WASHINGTON, Oct 1 (Reuters) - The White House's attempts to set a fresh course with Pakistan are being hobbled by bad options, bureaucratic tensions and the desire to avoid severing a vexing but critical relationship.
In the wake of a blunt and public accusation by the top U.S. military officer that Pakistani intelligence supported a militant attack on the U.S. Embassy in Kabul, officials at the Pentagon, State Department and White House are urgently debating an array of unattractive choices.
Washington desperately wants to tighten the screws on the Haqqani network, a militant group U.S. officials say was supported by Pakistan's powerful ISI intelligence agency in the embassy attack and in other violence that threatens a smooth U.S. withdrawal from Afghanistan.
Despite mounting exasperation in official Washington, dramatic change in U.S. policy looks unlikely in the short term toward Pakistan, an unstable, unpredictable nation that boasts nuclear weapons and controls a key supply route needed to keep U.S. troops fed and fighting in Afghanistan.
“I don't see that we have a comprehensive new strategy on Pakistan in the works,” said Bruce Riedel, a former CIA official who advised the highest levels of the Obama administration on regional policy. “I think we need one, or at least we need to reshape the one we have.”
In the face of Pakistani indignation, the White House and State Department appeared quietly to distance themselves from the remarks by Admiral Mike Mullen, who stepped down this week as chairman of the U.S. Joint Chiefs of Staff.
“My understanding of the situation is that senior administration officials agree with Admiral Mullen's statements,” said Lisa Curtis, a former State Department official and CIA analyst. “But they have not developed a Plan B for dealing with Pakistani malfeasance and that is why they are now walking back Mullen's tough statements.”
A bureaucratic turf war continues in the meantime, with the Pentagon defending military-military ties with Pakistan; the State Department pushing reconciliation talks with the Taliban and Pakistan-based militants; the CIA holding onto its contacts with the Inter-Services Intelligence agency; and the U.S. Agency for International Development arguing prosperity will further long-term U.S. interests.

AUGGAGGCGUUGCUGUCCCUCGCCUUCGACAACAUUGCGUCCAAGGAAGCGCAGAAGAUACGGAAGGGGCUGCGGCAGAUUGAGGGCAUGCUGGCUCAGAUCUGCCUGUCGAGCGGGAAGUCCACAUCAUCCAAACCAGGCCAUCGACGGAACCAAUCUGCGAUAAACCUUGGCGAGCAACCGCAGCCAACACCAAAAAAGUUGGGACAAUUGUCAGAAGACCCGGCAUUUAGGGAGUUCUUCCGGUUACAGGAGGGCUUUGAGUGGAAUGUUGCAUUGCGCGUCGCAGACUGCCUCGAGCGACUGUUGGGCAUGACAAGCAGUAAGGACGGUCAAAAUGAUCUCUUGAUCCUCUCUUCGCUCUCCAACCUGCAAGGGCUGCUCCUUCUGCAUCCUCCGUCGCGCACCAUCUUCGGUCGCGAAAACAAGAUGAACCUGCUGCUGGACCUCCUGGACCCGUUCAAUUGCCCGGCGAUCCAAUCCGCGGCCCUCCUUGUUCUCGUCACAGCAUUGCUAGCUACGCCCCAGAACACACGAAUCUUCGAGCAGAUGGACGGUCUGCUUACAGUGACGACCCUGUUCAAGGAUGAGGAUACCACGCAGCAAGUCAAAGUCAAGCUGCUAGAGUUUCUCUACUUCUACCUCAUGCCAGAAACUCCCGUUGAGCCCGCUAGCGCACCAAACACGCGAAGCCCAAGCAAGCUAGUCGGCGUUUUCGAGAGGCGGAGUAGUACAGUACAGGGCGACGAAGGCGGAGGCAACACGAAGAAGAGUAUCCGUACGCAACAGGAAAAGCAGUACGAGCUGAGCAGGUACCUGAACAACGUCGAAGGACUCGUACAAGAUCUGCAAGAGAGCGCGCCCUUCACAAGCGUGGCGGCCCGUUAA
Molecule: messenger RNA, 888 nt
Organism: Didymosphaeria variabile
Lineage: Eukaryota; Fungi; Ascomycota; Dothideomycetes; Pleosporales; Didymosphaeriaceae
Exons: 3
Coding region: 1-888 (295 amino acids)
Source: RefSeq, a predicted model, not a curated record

“What I keep seeing is that each part of the bureaucracy says we've got to get tougher on Pakistan, but not in my lane,” Riedel said. “If you take all those things together, where is the pressure?”
The only thing that appears to be a virtual certainty in the Obama administration's future policy is an intensification of drone strikes on militants in Pakistan's lawless tribal regions. “Air operations are not a problem,” one U.S. official familiar with U.S. counter-terrorism policy in Pakistan said.
Those drone strikes have had the tacit approval of officials in Islamabad, even though the launchpad for such strikes has shifted to Afghanistan since the U.S. raid that killed al Qaeda leader Osama bin Laden deep within Pakistan in May bruised Pakistan's military pride.
The U.S. official said the United States has what may be surprisingly good intelligence these days about what militants are doing in Pakistan. Even with increasing public hostility between Washington and Islamabad, the United States is still able to collect what it considers to be adequate information to continue drone strikes without much hesitation.
Other military options -- drone strikes on urban areas with greater potential for civilian casualties or bombing raids by manned U.S. aircraft -- do not appear to have garnered much traction so far.
The bin Laden raid's success surely has shaped the debate at the Pentagon, where discussions are led by Defense Secretary Leon Panetta and Michael Vickers, the Pentagon's senior intelligence official.
While that raid may have also fueled support in some quarters for further manned U.S. incursions into Pakistan against Haqqani militants or others Pakistan has so far not touched, future U.S. ground operations do not yet appear to be a serious possibility.